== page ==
the fella I was talking to you was a machine guy...then he went to the barbell prescription and he feels more flexible and stronger
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entsminger

Virginia, USA

hit4me wrote:
entsminger wrote:
hit4me wrote:
was talking to a gentlemen in his 70s that improved his health and physique performing exercises according to the book "barbell prescription", I believe it is 3 exercises (squat, deadlift and bench press) 5 sets of 5 (3 days/week).....was curious if any of the older gents on this site have tried this routine and what kind of results came of it.


== Scott===
I?m wondering if they had ever worked out before or just switched to this routine ? Almost any sort of routine is better than nothing if working out was new to them?

the fella I was talking to you was a machine guy...then he went to the barbell prescription and he feels more flexible and stronger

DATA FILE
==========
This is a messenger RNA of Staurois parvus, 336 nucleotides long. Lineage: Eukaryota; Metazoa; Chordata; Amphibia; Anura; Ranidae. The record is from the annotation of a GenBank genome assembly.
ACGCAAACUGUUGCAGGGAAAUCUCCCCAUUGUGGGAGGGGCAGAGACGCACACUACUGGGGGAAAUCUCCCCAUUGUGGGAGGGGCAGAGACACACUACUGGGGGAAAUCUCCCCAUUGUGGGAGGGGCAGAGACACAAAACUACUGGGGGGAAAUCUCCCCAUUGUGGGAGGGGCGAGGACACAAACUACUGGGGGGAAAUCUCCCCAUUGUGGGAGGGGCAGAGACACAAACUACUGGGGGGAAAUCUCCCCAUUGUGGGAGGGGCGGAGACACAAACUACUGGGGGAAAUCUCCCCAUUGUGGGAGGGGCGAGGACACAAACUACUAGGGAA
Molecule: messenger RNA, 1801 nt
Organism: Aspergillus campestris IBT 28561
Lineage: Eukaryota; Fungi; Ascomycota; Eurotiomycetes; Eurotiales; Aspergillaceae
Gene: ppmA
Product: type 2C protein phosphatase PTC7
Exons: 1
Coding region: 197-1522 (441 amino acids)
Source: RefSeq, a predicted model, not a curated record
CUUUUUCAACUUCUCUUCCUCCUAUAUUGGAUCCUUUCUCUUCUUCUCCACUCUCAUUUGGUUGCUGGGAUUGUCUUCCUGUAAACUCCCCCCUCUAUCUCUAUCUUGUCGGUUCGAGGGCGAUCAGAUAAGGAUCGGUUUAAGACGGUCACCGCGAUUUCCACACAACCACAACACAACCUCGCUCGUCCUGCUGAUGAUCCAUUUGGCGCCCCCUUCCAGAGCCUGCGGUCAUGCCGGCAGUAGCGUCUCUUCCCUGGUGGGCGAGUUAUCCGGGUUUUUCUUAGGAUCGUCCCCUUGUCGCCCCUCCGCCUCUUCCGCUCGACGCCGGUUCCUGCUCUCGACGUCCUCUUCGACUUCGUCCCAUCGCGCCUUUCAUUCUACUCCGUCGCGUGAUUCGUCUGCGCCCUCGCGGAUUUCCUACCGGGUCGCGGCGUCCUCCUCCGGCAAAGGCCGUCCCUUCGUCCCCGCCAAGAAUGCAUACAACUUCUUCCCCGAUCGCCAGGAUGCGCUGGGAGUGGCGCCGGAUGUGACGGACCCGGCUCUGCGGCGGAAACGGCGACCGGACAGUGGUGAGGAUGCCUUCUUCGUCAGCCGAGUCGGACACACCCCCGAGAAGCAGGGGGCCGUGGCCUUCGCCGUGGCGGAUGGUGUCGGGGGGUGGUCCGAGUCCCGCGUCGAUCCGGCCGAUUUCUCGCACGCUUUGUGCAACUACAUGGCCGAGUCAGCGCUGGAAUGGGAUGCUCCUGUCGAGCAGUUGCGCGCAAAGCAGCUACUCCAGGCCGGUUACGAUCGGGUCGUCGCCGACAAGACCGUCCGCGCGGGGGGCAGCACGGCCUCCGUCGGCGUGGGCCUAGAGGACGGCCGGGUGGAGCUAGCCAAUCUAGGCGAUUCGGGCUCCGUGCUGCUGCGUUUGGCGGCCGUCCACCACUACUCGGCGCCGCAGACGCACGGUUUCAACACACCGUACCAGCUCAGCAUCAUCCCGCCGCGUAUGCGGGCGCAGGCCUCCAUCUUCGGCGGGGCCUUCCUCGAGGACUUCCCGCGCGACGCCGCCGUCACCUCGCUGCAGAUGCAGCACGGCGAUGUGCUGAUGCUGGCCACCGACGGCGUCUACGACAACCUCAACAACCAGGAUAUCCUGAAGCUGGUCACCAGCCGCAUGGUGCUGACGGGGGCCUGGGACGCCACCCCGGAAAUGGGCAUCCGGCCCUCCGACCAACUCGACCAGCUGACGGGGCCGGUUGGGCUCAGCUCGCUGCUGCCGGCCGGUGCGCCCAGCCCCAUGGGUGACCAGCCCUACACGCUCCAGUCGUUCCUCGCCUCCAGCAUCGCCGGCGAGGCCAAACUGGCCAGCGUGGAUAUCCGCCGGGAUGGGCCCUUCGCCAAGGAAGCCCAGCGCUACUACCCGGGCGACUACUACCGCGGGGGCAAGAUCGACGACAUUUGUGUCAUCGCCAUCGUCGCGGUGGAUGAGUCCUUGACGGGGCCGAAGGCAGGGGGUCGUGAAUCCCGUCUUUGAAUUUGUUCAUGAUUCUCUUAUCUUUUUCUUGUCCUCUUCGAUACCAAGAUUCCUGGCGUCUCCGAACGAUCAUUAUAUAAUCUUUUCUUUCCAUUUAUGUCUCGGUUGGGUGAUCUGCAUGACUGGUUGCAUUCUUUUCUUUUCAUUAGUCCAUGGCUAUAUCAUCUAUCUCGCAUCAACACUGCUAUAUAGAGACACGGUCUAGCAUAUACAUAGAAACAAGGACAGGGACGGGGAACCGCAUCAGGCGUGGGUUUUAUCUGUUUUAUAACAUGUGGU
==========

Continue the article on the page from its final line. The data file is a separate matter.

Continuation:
==Scott==
I could see that happening.
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sirloin

hit4me wrote:
entsminger wrote:
hit4me wrote:
was talking to a gentlemen in his 70s that improved his health and physique performing exercises according to the book "barbell prescription", I believe it is 3 exercises (squat, deadlift and bench press) 5 sets of 5 (3 days/week).....was curious if any of the older gents on this site have tried this routine and what kind of results came of it.


== Scott===
I?m wondering if they had ever worked out before or just switched to this routine ? Almost any sort of routine is better than nothing if working out was new to them?

the fella I was talking to you was a machine guy...then he went to the barbell prescription and he feels more flexible and stronger